WASHINGTON (Reuters) – New orders for U.S.-made goods plunged in April and business spending plans on equipment were much weaker than initially thought, suggesting business investment remained depressed early in the second quarter amid the COVID-19 pandemic.
The Commerce Department said on Wednesday factory orders dropped 13.0% after falling 11.0% in March. Economists polled by Reuters had forecast factory orders diving 14% in April.
Factory orders fell 8.0% year-on-year in April. But the slump in manufacturing, which accounts for 11% of U.S. economic activity, probably is close to bottoming. The Institute for Supply Management reported on Monday that its measure of national factory activity eased from an 11-year low in May.
The sector remains hobbled by supply chain disruptions following business closures around the globe to slow the spread of COVID-19. Social distancing measures at factories as they reopen are also hurting production. Cheaper crude oil, which has eroded profits in the energy sector, is also weighing on manufacturers of drilling equipment.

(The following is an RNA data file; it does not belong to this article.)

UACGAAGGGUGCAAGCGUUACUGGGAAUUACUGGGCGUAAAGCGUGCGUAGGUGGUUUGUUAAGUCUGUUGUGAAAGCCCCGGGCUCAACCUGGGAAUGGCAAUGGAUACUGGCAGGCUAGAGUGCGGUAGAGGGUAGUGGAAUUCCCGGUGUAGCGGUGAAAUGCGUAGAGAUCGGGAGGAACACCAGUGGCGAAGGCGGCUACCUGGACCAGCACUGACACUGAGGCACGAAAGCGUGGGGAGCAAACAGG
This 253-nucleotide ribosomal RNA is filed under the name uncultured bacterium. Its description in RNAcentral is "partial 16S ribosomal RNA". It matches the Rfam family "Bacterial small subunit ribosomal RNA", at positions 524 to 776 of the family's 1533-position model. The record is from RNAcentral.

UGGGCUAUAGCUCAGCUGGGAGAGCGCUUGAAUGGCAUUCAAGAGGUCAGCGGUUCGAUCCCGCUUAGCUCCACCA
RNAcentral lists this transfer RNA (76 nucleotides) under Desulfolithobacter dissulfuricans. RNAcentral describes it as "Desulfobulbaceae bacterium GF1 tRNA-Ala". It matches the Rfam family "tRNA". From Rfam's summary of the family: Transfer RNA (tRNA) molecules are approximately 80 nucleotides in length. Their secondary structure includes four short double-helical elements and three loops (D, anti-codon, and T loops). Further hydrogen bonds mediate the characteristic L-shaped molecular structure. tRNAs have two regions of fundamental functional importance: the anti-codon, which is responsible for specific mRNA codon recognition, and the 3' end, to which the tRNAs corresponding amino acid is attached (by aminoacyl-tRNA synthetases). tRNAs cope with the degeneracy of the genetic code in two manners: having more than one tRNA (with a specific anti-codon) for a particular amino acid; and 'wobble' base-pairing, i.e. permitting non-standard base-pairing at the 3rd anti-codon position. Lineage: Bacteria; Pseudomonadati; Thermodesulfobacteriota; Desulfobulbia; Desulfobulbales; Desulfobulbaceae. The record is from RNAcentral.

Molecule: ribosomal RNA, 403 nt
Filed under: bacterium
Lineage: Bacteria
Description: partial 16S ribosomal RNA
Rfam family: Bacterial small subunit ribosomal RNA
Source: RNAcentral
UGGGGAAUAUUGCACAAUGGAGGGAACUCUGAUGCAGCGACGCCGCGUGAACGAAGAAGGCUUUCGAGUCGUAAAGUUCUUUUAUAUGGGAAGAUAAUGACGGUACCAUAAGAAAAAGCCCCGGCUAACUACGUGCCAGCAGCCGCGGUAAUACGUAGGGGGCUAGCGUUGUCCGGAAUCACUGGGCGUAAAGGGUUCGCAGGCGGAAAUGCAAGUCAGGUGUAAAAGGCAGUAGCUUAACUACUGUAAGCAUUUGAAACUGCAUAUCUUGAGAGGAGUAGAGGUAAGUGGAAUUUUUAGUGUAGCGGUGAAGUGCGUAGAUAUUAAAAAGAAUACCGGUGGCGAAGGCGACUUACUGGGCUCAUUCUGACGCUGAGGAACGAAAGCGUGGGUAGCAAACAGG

Unfilled orders at factories dropped 1.6% in April after falling 2.1% in March. Inventories at factories slipped 0.4% in April, while shipments of manufactured goods plummeted 13.5%.
Transportation equipment orders collapsed 48.3% in April after plunging 43.2% in the prior month. There were no civilian aircraft orders, while bookings for motor vehicles and parts tumbled 29.3%. Machinery orders fell 7.2% in April.
Orders for electrical equipment, appliances and components declined 9.0%.
The government also reported that orders for non-defense capital goods excluding aircraft, which are seen as a measure of business spending plans on equipment, declined 6.1% in April instead of falling 5.8% as reported last month.
Shipments of core capital goods, which are used to calculate business equipment spending in the GDP report, fell 5.7% in April, instead of decreasing 5.4% as previously reported. Business investment has contracted for four straight quarters.
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